IBM explores the future of cryptography for safer computing

With data expected to increase as more and more companies transform into digital processes, concern for privacy and security also grows. Technology giant IBM Inc. (IBM) has been researching and testing cryptography to provide organizations with options to better secure data and networks.

IBM revealed the three critical emerging areas of data privacy and encryption it has been exploring: confidential computing, quantum-safe cryptography, and fully homomorphic encryption. Reasons for exploring these new areas is to encourage more organizations to implement another layer of security measures at a more affordable cost.

“Each of these is solving a different piece of the data security equation,” said Gosia Steinder, IBM Fellow and head of the company’s hybrid cloud security research, during the online event “The Future of Cryptography,” which delved into IBM’s research to improving data security.

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Confidential Computing

In 2018, IBM started offering confidential computing in production. Today, the company embedded confidential computing into the IBM Cloud for Financial Services as well as integrated it into IBM Cloud Hyper Protect Services.

IBM explained confidential computing provides hardware-level privacy assurance by encrypting data within a secure enclave that not even the cloud provider can view or access.

“Confidential computing allows a company running workloads in the cloud or on-prem (on-premise) to maintain full privacy and control over their workloads despite not owning the infrastructure that the workload is hosted on,” Hunter said.

Quantum-safe cryptography

Quantum is becoming to be a buzzword even if it hasn’t gone into the mainstream. IBM, however, has already deployed more than 30 quantum computing systems since 2016. The hardware roadmap details “a clear pathway to viable quantum computers with more than 1,000 qubits and beyond.”

IBM also noted that at the moment, security concerns outweigh the benefits of quantum computing, which has the capacity to factor large numbers, at least in its approach to cryptography.

“One concern is that someone could steal encrypted data and hold onto it until quantum computing advances far enough to crack today’s encryption standards,” said Dustin Modoy, mathematician, NIST, during the IBM event.

After the issue was raised, IBM Research worked with the National Institute of Standards and Technology (NIST) and the cryptography community has “explored new approaches to encryption and data protection to keep sensitive data safe from quantum computers.”

With this in mind, researchers worked on quantum-safe cryptography “o counter efforts to crack encrypted data using quantum computers.”

IBM is now the frontrunner in the area after participating in NIST’s Post-Quantum Cryptography Standardization competition in 2016. The initiative is “to help future-proof data against quantum computers.”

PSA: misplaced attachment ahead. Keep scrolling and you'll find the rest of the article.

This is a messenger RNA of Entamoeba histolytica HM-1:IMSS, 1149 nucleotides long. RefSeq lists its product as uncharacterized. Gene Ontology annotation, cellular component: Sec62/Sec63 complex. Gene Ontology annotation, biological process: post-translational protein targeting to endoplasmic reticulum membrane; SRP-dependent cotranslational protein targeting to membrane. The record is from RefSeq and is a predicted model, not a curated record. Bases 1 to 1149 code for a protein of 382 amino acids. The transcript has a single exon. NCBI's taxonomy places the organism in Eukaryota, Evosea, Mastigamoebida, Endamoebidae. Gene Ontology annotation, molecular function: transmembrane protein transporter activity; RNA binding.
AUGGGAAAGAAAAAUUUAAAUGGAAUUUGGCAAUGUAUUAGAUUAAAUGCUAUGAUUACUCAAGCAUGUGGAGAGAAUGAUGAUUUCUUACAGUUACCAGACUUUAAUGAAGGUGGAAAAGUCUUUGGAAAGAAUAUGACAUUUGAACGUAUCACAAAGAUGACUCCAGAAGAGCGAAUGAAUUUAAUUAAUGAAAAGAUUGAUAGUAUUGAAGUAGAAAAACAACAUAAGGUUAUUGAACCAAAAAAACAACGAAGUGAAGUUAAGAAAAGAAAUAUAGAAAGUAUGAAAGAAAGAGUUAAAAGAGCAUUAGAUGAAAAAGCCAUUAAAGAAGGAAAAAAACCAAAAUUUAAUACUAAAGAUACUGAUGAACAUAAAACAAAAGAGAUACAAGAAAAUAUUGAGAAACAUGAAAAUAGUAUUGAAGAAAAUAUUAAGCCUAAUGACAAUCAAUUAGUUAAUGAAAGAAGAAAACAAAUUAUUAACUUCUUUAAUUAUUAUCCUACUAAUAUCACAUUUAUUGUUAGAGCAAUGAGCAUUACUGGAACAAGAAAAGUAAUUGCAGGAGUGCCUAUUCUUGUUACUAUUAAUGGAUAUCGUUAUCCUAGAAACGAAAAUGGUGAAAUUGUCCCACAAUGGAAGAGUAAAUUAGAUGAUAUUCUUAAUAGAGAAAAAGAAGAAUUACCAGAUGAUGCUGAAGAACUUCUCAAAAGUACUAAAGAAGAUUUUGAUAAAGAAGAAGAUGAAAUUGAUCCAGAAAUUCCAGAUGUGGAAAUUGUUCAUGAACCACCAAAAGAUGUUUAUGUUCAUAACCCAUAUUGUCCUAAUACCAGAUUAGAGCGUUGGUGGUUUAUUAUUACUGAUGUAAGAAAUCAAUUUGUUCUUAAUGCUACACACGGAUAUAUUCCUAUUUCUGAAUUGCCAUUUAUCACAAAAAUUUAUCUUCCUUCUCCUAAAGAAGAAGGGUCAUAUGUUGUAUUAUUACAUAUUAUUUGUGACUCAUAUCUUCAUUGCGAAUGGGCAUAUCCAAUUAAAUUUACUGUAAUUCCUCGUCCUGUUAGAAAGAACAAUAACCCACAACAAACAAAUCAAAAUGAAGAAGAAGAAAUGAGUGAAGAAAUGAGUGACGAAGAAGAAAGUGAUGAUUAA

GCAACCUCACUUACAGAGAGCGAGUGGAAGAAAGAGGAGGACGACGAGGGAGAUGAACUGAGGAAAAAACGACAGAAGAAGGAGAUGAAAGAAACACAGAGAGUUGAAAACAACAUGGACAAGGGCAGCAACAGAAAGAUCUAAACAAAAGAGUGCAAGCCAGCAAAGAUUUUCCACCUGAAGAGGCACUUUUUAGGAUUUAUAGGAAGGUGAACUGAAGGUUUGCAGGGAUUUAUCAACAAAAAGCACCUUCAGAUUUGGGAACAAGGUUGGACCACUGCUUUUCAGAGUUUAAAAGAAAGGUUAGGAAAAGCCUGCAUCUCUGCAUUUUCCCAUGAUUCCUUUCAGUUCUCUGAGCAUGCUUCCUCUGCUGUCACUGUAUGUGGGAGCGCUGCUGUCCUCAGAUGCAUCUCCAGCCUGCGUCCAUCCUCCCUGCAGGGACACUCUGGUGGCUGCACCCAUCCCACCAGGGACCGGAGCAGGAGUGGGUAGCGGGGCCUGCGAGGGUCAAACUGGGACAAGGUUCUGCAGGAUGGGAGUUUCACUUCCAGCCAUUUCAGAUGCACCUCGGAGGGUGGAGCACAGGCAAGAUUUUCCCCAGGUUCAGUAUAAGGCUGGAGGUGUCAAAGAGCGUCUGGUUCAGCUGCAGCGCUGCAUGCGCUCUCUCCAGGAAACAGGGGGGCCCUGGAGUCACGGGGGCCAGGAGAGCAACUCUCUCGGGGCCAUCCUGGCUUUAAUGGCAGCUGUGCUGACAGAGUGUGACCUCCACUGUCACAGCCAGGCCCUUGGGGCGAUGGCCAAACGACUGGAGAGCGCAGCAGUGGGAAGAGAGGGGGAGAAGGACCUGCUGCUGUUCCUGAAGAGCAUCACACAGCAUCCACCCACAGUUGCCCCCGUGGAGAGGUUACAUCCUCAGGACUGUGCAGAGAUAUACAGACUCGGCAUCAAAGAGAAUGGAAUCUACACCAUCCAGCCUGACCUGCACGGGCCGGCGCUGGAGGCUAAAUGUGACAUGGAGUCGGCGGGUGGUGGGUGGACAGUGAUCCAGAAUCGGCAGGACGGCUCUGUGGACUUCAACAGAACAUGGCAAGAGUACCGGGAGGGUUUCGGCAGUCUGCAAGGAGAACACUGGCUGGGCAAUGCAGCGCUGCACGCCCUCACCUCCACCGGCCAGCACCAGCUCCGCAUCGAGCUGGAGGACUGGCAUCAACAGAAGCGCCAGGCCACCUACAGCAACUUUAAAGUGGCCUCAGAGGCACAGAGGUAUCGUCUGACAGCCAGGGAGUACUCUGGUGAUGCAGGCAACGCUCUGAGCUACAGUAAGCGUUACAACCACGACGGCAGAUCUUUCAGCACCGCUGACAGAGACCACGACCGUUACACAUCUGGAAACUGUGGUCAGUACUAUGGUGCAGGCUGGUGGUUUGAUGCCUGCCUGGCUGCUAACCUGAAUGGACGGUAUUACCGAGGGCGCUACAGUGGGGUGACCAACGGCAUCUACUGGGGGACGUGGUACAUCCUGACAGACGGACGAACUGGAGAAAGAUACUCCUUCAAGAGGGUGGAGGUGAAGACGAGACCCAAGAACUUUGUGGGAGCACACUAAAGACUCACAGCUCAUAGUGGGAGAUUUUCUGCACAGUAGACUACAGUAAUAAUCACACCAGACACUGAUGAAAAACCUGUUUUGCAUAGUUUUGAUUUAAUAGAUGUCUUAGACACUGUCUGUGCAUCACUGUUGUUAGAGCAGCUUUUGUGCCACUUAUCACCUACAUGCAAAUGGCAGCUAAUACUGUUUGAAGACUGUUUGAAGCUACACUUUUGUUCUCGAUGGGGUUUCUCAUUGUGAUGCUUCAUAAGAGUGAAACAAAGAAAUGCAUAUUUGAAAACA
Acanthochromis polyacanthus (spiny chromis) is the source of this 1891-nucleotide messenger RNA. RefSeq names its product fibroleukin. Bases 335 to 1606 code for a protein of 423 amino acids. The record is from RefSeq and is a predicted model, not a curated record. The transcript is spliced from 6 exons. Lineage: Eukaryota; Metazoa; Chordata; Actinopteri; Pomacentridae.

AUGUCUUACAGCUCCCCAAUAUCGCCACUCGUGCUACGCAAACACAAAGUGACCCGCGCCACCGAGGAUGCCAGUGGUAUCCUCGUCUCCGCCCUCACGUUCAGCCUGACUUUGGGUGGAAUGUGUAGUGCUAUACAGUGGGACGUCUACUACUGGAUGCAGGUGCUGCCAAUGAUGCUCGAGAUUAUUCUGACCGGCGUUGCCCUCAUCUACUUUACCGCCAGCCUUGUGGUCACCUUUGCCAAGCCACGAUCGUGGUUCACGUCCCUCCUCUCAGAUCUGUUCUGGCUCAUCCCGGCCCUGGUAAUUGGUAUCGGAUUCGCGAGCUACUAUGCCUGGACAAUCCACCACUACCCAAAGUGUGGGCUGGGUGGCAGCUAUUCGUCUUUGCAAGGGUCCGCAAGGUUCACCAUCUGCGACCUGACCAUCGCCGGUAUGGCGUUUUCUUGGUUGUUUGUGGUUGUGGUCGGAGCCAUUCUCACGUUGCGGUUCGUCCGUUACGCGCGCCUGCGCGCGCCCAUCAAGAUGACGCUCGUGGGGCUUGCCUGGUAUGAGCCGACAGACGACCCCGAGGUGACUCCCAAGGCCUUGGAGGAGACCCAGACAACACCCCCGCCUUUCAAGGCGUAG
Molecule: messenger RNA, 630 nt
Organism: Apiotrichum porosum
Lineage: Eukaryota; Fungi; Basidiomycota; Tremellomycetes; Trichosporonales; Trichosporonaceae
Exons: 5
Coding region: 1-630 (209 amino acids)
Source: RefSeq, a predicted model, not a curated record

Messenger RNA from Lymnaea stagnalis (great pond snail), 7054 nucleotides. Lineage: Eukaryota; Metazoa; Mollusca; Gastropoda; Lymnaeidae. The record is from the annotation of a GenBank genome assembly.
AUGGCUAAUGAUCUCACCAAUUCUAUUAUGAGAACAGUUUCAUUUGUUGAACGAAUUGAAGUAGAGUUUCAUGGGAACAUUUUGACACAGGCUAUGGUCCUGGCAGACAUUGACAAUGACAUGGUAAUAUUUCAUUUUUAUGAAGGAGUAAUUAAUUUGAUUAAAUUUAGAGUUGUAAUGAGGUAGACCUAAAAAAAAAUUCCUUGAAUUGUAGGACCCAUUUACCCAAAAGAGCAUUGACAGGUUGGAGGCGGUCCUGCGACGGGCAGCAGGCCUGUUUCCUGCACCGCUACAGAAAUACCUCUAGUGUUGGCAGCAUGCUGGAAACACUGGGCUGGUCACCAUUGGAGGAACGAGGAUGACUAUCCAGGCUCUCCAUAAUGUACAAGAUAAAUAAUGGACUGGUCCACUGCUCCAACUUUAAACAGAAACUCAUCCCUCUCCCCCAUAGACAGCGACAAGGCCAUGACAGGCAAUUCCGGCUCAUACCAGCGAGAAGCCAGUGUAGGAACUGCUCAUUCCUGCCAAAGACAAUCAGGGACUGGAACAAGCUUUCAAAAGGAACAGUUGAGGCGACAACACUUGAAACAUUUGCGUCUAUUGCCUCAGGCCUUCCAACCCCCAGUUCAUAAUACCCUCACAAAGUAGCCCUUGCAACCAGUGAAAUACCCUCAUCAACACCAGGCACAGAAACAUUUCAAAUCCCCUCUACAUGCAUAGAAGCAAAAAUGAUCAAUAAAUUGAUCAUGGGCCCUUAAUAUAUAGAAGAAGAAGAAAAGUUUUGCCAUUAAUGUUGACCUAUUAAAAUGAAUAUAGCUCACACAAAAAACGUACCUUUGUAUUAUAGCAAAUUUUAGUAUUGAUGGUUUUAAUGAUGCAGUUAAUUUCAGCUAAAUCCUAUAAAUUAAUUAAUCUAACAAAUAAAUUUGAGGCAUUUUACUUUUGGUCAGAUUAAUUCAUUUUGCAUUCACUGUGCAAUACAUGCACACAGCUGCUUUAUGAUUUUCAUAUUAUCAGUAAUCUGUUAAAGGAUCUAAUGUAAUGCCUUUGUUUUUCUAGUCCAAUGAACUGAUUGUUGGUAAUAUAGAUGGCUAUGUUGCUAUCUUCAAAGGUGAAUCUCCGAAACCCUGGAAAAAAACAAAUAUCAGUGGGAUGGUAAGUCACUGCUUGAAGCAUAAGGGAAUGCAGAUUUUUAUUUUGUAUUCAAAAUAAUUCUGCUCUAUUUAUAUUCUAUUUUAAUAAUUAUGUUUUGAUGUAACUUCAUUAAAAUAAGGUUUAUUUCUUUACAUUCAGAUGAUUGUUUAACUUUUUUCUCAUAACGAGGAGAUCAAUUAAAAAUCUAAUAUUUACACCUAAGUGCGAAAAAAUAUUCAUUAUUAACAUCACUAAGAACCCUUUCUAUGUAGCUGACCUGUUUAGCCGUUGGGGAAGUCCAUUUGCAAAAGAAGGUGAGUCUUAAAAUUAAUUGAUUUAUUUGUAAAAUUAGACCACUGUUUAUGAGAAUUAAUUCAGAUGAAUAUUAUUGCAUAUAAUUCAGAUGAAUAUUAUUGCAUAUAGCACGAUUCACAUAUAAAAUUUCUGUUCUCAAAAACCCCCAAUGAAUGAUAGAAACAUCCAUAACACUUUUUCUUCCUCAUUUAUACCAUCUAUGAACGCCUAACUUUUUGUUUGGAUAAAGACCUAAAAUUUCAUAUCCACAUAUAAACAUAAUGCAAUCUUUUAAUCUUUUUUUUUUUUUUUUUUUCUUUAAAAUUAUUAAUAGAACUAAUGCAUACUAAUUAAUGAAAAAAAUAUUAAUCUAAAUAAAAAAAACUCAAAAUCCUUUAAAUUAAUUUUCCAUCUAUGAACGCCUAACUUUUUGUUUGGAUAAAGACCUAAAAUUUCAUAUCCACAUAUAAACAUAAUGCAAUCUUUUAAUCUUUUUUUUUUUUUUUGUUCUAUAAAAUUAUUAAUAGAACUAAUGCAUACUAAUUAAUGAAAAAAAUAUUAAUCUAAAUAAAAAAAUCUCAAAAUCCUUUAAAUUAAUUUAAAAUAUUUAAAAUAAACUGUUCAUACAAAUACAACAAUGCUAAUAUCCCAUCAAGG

IBM and other top candidates used lattice cryptography, “which has the ability to hide data inside complex math problems (or algebraic structures) called lattices

“In most cases if today’s cryptography is replaced by lattices, the user wouldn’t see any changes, except maybe a speed up in performance,” said Vadim Lyubashevsky, a cryptographer in the Security group at IBM Research–Europe.

Late last year, IBM announced the availability of quantum-safe cryptography support for key management and application transactions in IBM Cloud.

Fully Homomorphic Encryption

Also last year, IBM introduced the Fully Homomorphic Encryption (FHE), “which allows data to remain encrypted during computation — regardless of the cloud or infrastructure used to process it. It is hoped that FHE could help drive greater adoption of hybrid cloud architectures, enabling data to move between clouds without compromising security.

“If we have an application that has to do statistical analysis on a data set, the app needs to decrypt the data,” Eric Maass, director, Strategy, Design and Emerging Technology at IBM Security Services. “But the act of decrypting the data makes that data vulnerable. With FHE, we can avoid exposing the data during computation.”

FHE is based on a different mathematical algorithm than traditional encryption, designed so that computations can be performed directly on encrypted data. This emerging encryption model could allow third parties to process and analyze encrypted healthcare, financial or other data in the cloud and return accurate results to the data owner, without ever exposing the original data in plain text.

Maass noted how IBM researchers addressed the complexity and slowness of FHE adding, “That’s changing, as IBM researchers have refined the FHE process, making it much more efficient.”

Whereas FHE just a few years ago required hundreds of lines of code and hours to process, IBM researchers announced it can now be executed as an API (application programming software) call to the cloud with 12 lines of code in fractions of a second. IBM is helping bring FHE from the research realm into early adoption with clients – publishing open-source toolkits for developers, and in December IBM Security launched its Homomorphic Encryption Servicesfor clients to start experimenting with the technology.